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Exercise & Pregnancy

By November 19th, 2018Health, Movement & Fitness

Should I exercise when pregnant? Is it safe? Will exercise harm my Baby? Will exercise harm me?

These are some of the questions on a lot of pregnant ladies minds, but the simple answer is yes, it is perfectly safe. Providing your pregnancy is uncomplicated then it is extremely safe and very beneficial.

So what are the benefits? The benefits definitely out-weigh the risks, and some of the benefits to name a few, include;

  • Reduced Lower Back and Pelvic Pain
  • Improves your Posture
  • Help Prevent Gestational Diabetes
  • Improve Mood
  • Improve Sleep Quality
  • Shorter and more Comfortable Labour
  • Increases your Energy Levels

As you can see the benefits are not only physical, but also emotional, and will help your well-being throughout your pregnancy.

However, although there are many benefits, there are some general guidelines to follow whilst exercising when pregnant, and I have listed my top guidelines below.


  1. Your goal should be to maintain fitness levels and health- Not improve your physical fitness. Pregnancy is not the time to be increasing your physical fitness. The main goal should be to maintain your current fitness levels, and maintain good health to you and your baby.
  1. Avoid exercising lying on your back during trimesters 2 & 3 (from week 13 of pregnancy). From 13 weeks, you should avoid exercising whilst lying on your back. This is because as your baby grows in size, lying on your back may cause your enlarged uterus to compress on a large and major blood vessel, called the vena cava, therefore restricting blood flow to your heart, which will affect the blood flow to your baby.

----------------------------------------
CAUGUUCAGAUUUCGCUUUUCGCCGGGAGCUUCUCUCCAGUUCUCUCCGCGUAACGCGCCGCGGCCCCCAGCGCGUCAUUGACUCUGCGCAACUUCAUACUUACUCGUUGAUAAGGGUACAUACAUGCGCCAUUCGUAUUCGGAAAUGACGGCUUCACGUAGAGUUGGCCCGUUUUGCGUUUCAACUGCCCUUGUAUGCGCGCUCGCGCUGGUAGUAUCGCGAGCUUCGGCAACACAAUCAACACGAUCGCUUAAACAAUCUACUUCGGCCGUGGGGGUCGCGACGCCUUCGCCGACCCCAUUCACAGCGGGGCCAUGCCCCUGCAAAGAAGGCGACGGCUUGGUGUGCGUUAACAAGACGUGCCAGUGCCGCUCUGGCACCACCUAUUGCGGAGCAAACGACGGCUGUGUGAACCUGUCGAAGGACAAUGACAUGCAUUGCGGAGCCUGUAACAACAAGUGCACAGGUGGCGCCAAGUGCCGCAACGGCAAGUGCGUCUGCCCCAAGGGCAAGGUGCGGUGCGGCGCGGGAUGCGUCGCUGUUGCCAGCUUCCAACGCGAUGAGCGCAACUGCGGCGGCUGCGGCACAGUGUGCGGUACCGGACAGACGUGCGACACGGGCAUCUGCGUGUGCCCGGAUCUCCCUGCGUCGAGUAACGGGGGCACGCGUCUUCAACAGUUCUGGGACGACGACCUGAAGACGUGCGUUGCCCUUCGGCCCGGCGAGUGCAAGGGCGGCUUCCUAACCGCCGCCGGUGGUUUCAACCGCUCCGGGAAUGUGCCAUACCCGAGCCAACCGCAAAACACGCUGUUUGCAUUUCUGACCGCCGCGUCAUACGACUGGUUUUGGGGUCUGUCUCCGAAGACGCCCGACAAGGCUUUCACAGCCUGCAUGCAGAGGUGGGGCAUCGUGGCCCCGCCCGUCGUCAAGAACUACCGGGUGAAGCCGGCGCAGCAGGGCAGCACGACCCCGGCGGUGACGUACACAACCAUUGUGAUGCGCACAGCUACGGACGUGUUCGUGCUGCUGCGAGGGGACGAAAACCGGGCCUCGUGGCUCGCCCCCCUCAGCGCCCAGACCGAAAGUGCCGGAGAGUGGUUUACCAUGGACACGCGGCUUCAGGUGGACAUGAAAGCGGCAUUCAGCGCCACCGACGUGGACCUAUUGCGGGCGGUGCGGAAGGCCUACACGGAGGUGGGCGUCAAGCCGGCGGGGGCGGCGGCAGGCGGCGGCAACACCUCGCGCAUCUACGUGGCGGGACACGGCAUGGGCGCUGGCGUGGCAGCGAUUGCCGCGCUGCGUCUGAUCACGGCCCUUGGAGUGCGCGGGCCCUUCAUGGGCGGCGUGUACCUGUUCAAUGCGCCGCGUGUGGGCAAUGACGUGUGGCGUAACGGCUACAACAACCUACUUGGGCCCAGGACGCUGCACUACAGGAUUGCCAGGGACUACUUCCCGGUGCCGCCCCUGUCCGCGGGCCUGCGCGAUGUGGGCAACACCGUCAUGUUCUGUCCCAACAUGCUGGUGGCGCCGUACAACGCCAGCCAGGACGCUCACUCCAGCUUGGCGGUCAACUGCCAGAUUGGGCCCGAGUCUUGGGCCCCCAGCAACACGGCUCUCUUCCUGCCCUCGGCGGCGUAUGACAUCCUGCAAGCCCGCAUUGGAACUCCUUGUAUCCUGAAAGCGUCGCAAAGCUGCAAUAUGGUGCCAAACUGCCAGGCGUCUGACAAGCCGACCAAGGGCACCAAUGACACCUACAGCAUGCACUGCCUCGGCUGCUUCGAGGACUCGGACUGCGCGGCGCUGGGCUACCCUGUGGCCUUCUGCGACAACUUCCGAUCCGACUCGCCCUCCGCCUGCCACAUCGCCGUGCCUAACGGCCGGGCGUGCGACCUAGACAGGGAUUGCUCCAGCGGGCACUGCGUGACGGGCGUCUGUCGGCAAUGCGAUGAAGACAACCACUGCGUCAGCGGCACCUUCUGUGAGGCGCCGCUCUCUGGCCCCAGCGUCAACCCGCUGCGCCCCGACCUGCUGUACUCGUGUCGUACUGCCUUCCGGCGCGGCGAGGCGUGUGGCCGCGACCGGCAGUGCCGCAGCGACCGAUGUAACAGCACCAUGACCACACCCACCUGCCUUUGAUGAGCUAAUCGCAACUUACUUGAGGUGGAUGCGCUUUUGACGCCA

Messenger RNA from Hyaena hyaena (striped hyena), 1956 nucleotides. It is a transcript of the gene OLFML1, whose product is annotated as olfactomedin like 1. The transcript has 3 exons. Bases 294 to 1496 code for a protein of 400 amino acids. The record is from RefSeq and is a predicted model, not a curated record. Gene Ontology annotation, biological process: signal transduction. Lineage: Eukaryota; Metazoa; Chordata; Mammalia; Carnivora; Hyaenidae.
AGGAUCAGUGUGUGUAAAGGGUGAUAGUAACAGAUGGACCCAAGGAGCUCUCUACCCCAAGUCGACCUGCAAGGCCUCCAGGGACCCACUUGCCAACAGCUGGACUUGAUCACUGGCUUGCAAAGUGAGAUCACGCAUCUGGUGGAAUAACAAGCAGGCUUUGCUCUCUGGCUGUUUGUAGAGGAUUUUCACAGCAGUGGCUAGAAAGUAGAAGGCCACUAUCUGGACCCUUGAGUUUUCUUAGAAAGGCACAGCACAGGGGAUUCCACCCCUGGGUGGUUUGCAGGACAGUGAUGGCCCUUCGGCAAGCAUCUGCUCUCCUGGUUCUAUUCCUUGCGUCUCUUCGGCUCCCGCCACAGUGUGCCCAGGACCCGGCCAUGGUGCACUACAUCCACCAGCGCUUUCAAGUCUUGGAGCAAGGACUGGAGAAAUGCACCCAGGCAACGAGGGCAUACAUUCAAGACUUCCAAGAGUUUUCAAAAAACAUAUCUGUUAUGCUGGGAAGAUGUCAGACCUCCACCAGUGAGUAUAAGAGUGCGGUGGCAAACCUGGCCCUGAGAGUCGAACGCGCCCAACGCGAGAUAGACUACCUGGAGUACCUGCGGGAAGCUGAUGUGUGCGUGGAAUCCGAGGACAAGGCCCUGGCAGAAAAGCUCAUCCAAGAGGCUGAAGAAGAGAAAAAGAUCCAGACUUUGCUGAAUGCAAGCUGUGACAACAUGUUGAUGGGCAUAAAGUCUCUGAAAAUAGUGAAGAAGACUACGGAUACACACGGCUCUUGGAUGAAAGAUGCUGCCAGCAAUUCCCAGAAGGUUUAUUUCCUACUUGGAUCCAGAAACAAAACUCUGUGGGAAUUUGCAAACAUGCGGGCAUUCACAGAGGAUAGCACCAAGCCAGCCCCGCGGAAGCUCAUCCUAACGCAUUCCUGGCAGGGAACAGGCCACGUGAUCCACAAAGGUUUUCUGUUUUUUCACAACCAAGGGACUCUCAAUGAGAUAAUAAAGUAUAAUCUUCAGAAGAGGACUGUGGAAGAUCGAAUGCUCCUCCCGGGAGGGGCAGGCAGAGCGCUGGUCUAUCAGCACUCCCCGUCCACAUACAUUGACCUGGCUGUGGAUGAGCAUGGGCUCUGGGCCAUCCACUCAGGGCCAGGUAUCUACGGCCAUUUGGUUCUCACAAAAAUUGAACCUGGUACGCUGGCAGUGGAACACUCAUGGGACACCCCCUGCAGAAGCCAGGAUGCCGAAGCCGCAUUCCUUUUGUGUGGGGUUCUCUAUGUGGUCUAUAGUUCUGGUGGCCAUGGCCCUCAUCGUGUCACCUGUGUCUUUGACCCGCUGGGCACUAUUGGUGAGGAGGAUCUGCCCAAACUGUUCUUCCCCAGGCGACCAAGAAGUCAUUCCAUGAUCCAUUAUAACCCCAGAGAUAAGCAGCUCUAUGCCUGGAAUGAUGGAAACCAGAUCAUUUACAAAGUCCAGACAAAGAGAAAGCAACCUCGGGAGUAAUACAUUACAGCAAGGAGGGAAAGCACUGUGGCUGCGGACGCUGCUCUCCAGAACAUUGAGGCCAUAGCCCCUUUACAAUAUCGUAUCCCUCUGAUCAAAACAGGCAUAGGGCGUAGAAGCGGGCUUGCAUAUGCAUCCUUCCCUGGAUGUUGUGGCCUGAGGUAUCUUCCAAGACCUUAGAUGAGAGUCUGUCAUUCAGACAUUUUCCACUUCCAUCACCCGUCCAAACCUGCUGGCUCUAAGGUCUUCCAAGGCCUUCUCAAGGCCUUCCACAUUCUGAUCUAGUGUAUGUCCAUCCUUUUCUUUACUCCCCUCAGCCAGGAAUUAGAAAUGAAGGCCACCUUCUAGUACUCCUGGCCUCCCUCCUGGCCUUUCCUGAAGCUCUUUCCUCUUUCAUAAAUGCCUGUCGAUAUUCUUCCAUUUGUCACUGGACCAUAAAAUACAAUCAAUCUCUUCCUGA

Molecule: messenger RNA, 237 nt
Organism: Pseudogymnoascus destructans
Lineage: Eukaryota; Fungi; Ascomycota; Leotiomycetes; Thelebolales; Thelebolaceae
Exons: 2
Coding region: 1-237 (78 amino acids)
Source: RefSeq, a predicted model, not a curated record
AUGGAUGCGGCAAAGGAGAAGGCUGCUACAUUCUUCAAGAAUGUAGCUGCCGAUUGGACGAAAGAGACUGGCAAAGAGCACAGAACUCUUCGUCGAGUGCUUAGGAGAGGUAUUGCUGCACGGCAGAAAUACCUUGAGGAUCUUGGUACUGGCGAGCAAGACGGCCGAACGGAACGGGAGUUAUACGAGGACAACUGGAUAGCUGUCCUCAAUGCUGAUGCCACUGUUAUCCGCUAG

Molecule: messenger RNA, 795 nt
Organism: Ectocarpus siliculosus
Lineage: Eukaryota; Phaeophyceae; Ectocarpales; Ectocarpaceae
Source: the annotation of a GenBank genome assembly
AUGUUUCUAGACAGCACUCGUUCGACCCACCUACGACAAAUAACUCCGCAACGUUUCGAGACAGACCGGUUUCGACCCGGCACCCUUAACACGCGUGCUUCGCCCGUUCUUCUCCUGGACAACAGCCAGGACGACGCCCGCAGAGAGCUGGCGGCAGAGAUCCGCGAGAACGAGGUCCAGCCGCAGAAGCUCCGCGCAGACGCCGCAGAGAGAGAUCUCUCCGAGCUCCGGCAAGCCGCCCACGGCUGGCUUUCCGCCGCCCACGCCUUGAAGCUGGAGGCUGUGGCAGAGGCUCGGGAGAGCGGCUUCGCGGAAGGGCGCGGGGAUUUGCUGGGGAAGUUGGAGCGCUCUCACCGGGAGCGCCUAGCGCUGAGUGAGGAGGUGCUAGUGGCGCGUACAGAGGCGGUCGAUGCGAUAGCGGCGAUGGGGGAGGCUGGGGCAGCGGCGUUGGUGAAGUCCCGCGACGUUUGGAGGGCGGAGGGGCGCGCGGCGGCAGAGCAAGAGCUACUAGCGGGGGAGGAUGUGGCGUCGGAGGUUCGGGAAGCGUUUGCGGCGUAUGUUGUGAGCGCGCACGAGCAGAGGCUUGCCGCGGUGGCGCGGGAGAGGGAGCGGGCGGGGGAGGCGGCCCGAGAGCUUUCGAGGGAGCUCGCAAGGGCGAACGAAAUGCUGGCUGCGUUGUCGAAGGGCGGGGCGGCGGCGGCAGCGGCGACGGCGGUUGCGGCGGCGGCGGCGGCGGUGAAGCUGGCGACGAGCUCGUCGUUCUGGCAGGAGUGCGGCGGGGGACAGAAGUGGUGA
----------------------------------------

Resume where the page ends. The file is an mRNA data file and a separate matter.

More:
1. Never over-stretch. At the onset of pregnancy, a hormone called relaxin begins to rise in your body, and is prevalent throughout pregnancy. The main effects of relaxin are to soften ligaments, cartilage and the cervix, allowing for these tissues to expand during delivery. So how does this relate to exercise? Well, relaxin will be prevalent throughout your body, meaning ligaments throughout your body will be more relaxed, therefore liable to unnecessary overstretching, which can lead to damage over time. Stretch by all means, you will feel you can stretch further, but keep stretches in a comfortable, normal range.
  1. Avoid high impact movements. This partly relates to increased relaxin levels again. As the ligaments become more relaxed, the effect on joints is that they become more unstable. This will mean joints are more susceptible to injuries due to their unstable nature during pregnancy. Your centre of gravity will also change throughout pregnancy, which will affect your posture and balance. High impact exercises, such as squat jumps, should be avoided the risks of falling are increased and/or trauma are increased. Keep exercises low impact and simple.
  1. If you’re unsure ask. It is natural to feel unsure about exercising when pregnant. Asking your midwife, your GP or a Level 3 Pre and Post-natal Specialist for advice is the perfect way to ease any worries regarding exercise and pregnancy.

 As a pre and post-natal specialist I am always happy to help assist with any questions you may have.

You can email me at with any questions you may have. Optimum3 also offer a free no obligation consultation to discuss your goals. Head over to our free consultation page to find out more.

Eat Well. Move Well. Live Well.

Luke Dunham | Optimum3 Personal Trainer




James Brereton

Author James Brereton

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